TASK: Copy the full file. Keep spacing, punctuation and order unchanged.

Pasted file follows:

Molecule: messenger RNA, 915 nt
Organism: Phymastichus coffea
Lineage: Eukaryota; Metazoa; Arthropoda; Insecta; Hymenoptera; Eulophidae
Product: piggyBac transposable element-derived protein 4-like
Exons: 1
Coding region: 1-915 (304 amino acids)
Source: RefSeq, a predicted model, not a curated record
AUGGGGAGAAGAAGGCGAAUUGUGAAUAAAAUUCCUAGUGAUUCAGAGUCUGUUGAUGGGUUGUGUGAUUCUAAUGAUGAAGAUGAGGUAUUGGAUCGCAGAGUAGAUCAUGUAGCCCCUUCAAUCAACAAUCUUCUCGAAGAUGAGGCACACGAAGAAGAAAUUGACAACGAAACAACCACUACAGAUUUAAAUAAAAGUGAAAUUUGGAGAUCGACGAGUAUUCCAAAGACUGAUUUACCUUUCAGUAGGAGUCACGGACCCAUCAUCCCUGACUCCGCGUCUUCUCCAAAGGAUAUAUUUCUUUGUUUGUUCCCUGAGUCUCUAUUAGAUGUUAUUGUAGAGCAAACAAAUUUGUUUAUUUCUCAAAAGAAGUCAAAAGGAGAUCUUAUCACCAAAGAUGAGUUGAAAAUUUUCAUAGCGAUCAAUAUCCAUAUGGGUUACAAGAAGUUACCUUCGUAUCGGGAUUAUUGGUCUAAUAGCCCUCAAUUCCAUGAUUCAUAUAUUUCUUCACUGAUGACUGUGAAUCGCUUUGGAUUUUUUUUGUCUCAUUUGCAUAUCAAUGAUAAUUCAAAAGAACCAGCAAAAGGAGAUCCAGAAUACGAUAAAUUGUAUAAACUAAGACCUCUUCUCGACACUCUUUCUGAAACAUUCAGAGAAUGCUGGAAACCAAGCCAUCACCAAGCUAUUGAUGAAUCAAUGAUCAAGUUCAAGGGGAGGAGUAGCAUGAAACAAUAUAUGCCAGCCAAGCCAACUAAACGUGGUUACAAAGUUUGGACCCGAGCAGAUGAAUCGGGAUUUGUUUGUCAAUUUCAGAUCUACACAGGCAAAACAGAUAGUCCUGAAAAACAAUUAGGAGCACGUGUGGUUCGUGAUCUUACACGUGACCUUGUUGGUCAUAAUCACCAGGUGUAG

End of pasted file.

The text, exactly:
Molecule: messenger RNA, 915 nt
Organism: Phymastichus coffea
Lineage: Eukaryota; Metazoa; Arthropoda; Insecta; Hymenoptera; Eulophidae
Product: piggyBac transposable element-derived protein 4-like
Exons: 1
Coding region: 1-915 (304 amino acids)
Source: RefSeq, a predicted model, not a curated record
AUGGGGAGAAGAAGGCGAAUUGUGAAUAAAAUUCCUAGUGAUUCAGAGUCUGUUGAUGGGUUGUGUGAUUCUAAUGAUGAAGAUGAGGUAUUGGAUCGCAGAGUAGAUCAUGUAGCCCCUUCAAUCAACAAUCUUCUCGAAGAUGAGGCACACGAAGAAGAAAUUGACAACGAAACAACCACUACAGAUUUAAAUAAAAGUGAAAUUUGGAGAUCGACGAGUAUUCCAAAGACUGAUUUACCUUUCAGUAGGAGUCACGGACCCAUCAUCCCUGACUCCGCGUCUUCUCCAAAGGAUAUAUUUCUUUGUUUGUUCCCUGAGUCUCUAUUAGAUGUUAUUGUAGAGCAAACAAAUUUGUUUAUUUCUCAAAAGAAGUCAAAAGGAGAUCUUAUCACCAAAGAUGAGUUGAAAAUUUUCAUAGCGAUCAAUAUCCAUAUGGGUUACAAGAAGUUACCUUCGUAUCGGGAUUAUUGGUCUAAUAGCCCUCAAUUCCAUGAUUCAUAUAUUUCUUCACUGAUGACUGUGAAUCGCUUUGGAUUUUUUUUGUCUCAUUUGCAUAUCAAUGAUAAUUCAAAAGAACCAGCAAAAGGAGAUCCAGAAUACGAUAAAUUGUAUAAACUAAGACCUCUUCUCGACACUCUUUCUGAAACAUUCAGAGAAUGCUGGAAACCAAGCCAUCACCAAGCUAUUGAUGAAUCAAUGAUCAAGUUCAAGGGGAGGAGUAGCAUGAAACAAUAUAUGCCAGCCAAGCCAACUAAACGUGGUUACAAAGUUUGGACCCGAGCAGAUGAAUCGGGAUUUGUUUGUCAAUUUCAGAUCUACACAGGCAAAACAGAUAGUCCUGAAAAACAAUUAGGAGCACGUGUGGUUCGUGAUCUUACACGUGACCUUGUUGGUCAUAAUCACCAGGUGUAG